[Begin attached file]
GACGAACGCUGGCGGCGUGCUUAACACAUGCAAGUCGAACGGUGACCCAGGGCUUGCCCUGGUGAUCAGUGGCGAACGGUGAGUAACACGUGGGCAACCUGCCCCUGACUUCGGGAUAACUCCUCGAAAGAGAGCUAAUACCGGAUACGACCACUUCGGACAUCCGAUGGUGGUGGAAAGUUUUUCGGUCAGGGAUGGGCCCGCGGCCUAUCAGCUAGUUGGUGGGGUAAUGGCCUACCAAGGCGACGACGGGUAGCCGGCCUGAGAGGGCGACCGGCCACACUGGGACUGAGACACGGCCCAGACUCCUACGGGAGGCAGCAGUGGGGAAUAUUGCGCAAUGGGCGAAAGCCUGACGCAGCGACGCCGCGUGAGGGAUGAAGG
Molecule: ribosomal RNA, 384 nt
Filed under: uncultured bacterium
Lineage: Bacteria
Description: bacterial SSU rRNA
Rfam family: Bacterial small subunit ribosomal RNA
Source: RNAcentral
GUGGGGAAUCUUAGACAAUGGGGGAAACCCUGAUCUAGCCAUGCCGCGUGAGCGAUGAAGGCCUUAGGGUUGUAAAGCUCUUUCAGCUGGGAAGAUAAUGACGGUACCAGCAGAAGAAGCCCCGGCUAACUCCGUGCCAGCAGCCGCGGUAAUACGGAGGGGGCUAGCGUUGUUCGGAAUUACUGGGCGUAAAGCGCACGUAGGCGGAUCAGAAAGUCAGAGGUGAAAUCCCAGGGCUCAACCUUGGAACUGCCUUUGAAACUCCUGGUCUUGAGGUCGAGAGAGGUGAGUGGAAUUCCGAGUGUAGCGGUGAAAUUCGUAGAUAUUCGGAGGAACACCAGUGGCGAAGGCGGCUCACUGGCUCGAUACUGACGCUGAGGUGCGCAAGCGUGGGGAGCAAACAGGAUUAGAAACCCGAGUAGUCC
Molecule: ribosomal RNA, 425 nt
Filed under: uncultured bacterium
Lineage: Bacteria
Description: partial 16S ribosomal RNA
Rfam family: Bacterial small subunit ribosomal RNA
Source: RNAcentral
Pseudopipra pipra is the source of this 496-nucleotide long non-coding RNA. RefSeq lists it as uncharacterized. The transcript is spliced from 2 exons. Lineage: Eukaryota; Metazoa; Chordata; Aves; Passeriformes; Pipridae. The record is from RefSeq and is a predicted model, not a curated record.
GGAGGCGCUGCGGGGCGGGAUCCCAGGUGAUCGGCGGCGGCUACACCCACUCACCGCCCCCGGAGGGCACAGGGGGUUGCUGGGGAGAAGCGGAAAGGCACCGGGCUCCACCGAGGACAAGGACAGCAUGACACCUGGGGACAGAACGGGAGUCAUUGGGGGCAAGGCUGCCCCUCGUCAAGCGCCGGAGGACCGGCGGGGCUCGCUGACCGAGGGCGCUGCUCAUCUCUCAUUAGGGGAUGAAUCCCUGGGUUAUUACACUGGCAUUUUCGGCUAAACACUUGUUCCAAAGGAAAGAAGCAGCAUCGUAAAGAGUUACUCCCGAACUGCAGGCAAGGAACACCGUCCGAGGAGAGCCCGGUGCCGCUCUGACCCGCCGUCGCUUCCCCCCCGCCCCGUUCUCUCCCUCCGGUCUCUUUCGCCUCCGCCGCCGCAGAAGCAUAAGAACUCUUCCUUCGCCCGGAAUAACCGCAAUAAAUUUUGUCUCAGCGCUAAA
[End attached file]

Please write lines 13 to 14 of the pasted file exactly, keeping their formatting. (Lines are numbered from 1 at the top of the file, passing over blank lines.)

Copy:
Rfam family: Bacterial small subunit ribosomal RNA
Source: RNAcentral